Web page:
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Bedfellows: Qatar and Iran

Saudi Ambassador to the UN Abdallah Al-Mouallimi recently highlighted Qatar’s cooperation with Iran. Highlighting their alliance is critical because any policy that solely focuses on countering one player may let the other off the hook.

At first glance, Doha and Tehran may appear odd bedfellows. Mainly Persian Iran is ruled by a Shiite theocracy, while mainly Arab Qatar is predominantly Sunni. It would thus seem in Qatar’s interests to be on the side of other Arab Gulf states, not Iran, but that is not the case. Several factors are bringing Tehran and Doha closer together.

To Tehran, often what matters are shared policies and objectives, not commonality in religion or ethnicity. It can ally itself with atheists, Sunni extremist groups such as Al-Qaeda, Russia or Venezuela, as long as they help advance its hegemonic ambitions and revolutionary ideals. What brings Doha and Tehran together is a convergence of interests and policies.

Both are engaged in asymmetrical warfare. They know that engaging in a direct war with other powers would lead to their own defeat and could endanger their hold on power, so they advance their agendas via proxies and militias.

Iran’s expansion of proxies worldwide in the last two decades, particularly in the Middle East, has been remarkable. Tehran is interfering in the domestic affairs of almost every nation in the region via financial, military, intelligence and political support for designated terrorist organizations, militias and rebel groups. Hezbollah leader Hassan Nasrallah has himself acknowledged the extent of Iranian support for his movement.

These proxies become an integral part of a nation’s political decision-making process, Parliament and government, advancing Tehran’s interests rather than those of their own country.

To counterbalance this alliance, a united regional coalition, with the support of Western powers, should take concrete measures against Tehran and Doha simultaneously.

Dr. Majid Rafizadeh 

Similar to Iran, Qatar’s relationships with proxies and designated terrorist groups have been multidimensional. Doha has been the “Club Med for terrorists” and the “most two-faced nation in the world,” backing the US-led coalition against Daesh “while providing a permissive environment… for terrorist financiers to operate with impunity.”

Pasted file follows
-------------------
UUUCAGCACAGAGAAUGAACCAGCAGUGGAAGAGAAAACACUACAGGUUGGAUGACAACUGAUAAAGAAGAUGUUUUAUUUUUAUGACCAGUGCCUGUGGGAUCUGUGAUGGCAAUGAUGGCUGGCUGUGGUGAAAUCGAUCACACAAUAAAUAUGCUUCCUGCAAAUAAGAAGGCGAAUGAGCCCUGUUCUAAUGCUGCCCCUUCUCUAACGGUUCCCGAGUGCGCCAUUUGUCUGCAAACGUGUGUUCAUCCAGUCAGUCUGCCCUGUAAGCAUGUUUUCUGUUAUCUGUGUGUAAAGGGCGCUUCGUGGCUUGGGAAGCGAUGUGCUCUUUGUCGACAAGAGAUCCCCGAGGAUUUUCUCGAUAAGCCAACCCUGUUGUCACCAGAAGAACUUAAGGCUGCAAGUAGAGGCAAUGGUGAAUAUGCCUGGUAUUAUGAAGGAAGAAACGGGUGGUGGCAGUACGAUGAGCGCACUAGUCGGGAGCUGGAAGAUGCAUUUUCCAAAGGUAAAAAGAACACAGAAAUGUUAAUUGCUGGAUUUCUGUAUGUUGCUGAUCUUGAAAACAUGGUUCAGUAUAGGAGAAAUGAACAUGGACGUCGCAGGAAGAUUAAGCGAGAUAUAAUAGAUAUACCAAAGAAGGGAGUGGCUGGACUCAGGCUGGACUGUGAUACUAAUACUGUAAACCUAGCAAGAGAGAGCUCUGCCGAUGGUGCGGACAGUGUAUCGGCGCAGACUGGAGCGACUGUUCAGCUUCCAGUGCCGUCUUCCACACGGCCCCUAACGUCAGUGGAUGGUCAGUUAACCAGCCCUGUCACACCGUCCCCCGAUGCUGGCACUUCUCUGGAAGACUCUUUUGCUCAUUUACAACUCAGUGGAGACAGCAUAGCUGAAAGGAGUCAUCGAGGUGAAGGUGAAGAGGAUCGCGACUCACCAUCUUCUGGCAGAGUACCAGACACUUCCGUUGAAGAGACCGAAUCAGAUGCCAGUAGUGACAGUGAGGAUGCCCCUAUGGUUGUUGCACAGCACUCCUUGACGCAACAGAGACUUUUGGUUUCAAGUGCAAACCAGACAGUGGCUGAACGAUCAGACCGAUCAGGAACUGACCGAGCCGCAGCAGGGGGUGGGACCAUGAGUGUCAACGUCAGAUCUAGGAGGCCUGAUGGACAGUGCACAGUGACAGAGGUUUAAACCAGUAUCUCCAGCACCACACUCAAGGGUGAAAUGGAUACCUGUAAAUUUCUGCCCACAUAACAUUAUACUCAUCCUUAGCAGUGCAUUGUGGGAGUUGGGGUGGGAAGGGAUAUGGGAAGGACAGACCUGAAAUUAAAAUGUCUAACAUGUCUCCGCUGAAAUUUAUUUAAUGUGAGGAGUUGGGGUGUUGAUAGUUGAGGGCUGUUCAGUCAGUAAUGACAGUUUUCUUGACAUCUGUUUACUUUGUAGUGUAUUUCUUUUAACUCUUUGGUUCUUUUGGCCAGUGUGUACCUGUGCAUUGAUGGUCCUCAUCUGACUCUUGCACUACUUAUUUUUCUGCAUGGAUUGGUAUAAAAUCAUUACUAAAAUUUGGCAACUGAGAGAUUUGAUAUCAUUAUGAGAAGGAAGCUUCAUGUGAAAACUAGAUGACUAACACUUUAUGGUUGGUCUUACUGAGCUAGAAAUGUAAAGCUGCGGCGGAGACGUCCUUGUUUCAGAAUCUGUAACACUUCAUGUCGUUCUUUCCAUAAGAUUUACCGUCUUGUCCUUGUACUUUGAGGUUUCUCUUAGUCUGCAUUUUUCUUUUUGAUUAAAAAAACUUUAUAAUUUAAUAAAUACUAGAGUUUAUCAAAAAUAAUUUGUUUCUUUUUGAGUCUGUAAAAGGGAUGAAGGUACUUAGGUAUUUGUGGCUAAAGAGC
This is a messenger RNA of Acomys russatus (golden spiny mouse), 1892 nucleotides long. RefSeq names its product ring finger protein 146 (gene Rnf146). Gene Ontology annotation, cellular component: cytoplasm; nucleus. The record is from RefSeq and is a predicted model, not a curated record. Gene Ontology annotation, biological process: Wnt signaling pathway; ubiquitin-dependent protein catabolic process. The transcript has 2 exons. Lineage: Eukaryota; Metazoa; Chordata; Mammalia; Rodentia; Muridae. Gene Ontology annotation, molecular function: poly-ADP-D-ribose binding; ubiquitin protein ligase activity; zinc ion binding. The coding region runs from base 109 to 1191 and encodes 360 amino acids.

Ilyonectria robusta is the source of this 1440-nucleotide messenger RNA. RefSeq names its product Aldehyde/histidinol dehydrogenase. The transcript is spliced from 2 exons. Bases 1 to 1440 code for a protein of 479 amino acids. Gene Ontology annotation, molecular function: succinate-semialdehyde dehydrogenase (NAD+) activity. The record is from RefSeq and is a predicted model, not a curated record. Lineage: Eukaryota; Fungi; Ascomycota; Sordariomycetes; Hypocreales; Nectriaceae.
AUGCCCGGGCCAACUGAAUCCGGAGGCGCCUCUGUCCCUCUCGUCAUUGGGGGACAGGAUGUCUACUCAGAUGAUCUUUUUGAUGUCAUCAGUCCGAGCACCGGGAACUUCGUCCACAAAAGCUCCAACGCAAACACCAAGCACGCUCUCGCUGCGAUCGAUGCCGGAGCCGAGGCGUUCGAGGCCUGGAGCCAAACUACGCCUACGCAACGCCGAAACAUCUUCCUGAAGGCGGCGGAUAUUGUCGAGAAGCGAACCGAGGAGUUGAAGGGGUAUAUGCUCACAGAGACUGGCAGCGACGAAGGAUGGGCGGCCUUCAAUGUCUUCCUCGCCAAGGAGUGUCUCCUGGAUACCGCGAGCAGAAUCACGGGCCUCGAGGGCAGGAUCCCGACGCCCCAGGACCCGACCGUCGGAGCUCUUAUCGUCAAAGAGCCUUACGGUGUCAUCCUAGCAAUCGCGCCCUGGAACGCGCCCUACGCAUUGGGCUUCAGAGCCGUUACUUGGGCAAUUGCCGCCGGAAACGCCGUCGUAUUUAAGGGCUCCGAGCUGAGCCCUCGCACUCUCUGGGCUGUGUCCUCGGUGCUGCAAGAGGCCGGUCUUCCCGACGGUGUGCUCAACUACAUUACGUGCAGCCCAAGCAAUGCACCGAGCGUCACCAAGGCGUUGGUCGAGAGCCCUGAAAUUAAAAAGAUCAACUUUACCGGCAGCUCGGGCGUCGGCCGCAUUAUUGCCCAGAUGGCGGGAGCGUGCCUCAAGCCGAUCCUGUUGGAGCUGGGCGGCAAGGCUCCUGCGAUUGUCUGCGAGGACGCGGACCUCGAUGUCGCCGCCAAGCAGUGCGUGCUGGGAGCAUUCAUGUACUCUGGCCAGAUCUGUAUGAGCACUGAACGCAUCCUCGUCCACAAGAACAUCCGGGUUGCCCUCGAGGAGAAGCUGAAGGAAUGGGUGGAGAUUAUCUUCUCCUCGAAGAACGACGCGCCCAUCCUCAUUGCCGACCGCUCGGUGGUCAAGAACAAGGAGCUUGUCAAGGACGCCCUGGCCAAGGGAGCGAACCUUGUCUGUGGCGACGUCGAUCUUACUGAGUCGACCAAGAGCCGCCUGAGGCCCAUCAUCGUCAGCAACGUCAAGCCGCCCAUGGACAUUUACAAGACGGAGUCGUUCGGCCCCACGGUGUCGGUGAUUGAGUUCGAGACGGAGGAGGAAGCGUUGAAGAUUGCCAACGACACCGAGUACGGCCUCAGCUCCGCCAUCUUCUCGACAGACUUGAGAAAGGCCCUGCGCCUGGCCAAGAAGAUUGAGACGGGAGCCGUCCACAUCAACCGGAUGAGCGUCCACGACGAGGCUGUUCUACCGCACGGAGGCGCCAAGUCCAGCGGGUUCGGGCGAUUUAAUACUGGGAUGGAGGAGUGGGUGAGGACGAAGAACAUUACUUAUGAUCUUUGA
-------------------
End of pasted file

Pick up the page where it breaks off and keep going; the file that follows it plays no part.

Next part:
Qatar has long been criticized for its relationships with terrorist groups. For example, the US Congress has been long aware that “Qatar-based charities were helping move and launder money linked to Al-Qaeda, providing employment and documentation for key figures in the operation.” The Daily Telegraph wrote: “It must be made clear to Qatar that all violent extremists are enemies and the funding of them by sympathizers must be stopped.”

Doha supports groups such as Hamas, which is considered a terrorist organization by several countries including the US, Israel, Canada and Egypt. The Country Report on Terrorism released by the US State Department states: “Entities and individuals within Qatar continue to serve as a source of financial support for terrorist and violent extremist groups, particularly regional Al-Qaeda affiliates such as the Nusra Front.”

Tehran and Doha benefit from chaos and instability in other countries in the region, because this grants them a ripe environment to establish and empower proxies. Both countries have long provided shelter to terrorists. The convergence of their interests explains Tehran’s defense of Doha’s defiant position.

To counterbalance this alliance, a united regional coalition, with the support of Western powers, should take concrete measures against Tehran and Doha simultaneously.

 

Dr. Majid Rafizadeh is a Harvard-educated, Iranian-American political scientist. He is a leading expert on Iran and US foreign policy, a businessman and president of the International American Council. He serves on the boards of the Harvard International Review, the Harvard International Relations Council and the US-Middle East Chamber for Commerce and Business. He can be reached on Twitter @Dr_Rafizadeh.